10 February, 20223 minute read

Vercel and Netlify: slick AF

When I was about 10 years old, I was introduced to HTML and GameMaker (version 7!) while at the George Parkyn Centre. As we were all quite young, they were only able to show me the basics but I was immediately hooked. My closest experience to programming prior to this was typing into DOS prompts while my stepfather showed me how to set up Windows computers.

I made a lot of really crappy HTML pages, and slowly worked my way through all of the online tutorials that were available (is DHTML a term still?). At the end of that school year, I even made a good bye website for my teacher as she was leaving for South Africa—by far my biggest project at that point. She was extremely grateful for it, and I think that was really the moment when I decided to one day work in the field of software: it was immensely satisfying to see the effect my website had on my teacher.

This website was just a collection of HTML files on our classroom’s shared desktop computer. I didn’t know how to actually deploy my pages to the Internet so that others could access them just yet, and in fact one time I actually tried to get an online friend to check out one of my websites by typing in something like C:\html\page.html into his address bar. Curiously enough, that didn’t work.

A couple short years later and I ran into PHP. Back then, PHP was great! Node.js was literally only just released (it was 2009) and so PHP was just the way you did things. I made a little browser-based RPG that used a MySQL server and “deployed” it to a free hosting account I had with Byethost.

Deploying new changes was a bit of a pain because I was using their clunky web-based interface to perform FTP transfers, but I was mostly just happy that I was actually able to share my web-based things with other people at long last.

The next big discovery was when I started writing scripts which would do all the FTP operations automatically for me, which was a big win for my operational efficiency :) Version control via subversion (TortoiseSVN was great!) similarly improved things because it meant I didn’t need to copy the whole app folder every time I wanted to make a change and still have a backup handy.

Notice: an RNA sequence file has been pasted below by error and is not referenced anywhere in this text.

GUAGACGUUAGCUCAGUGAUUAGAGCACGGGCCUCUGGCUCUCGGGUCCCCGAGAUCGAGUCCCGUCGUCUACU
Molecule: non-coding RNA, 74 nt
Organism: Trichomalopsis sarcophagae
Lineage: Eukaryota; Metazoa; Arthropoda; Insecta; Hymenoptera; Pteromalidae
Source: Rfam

And then at some point I learned about CI/CD. The holy grail! At this point I was on Git, so I could push my code and automatically have it deployed. No extra effort necessary at all… aside from needing to set up all those annoying configuration files.

I didn’t see the necessity for writing CI/CD pipelines from scratch. Deploying a PHP program is quite literally just a matter of running scp, and Node.js applications or Javascript frontends often can be built with just a script inside the package.json file. If you’re using a well-known project template like create-react-app, then the scripts are even well-known! And it should be fairly straightforward to infer the template in use by scanning the project’s dependencies.

(Note that here I’m talking about hobby projects. For software at scale of course you’ll want to fine tune things like your CI/CD pipelines)

Anyway, all of that history was described to lead up to the real topic of my post today. Providers like Netlify and Vercel fill in that missing gap of automatic CI/CD, and it’s absolutely brilliant. We’re at a point in time where you can run create-react-app, push it to a Git repo, and then click that Git repo from the Vercel UI to automatically wire up everything you need for continuous delivery and feature branch previews. You don’t even need to pick the boilerplate you’re using—both Vercel and Netlify can infer it correctly almost 100% of the time.

And these services have free tiers!

In today’s world, it’s disappointingly common that developer tooling comes with steep learning curves and behaves flakily. Vercel, Netlify, and other products in the same space are a real breath of fresh air and inject so much joy back into software development. They’re great—and I want more opinionated, turnkey solutions because when we make it easy to get into software development, the whole world benefits from all the added people taking up the profession.

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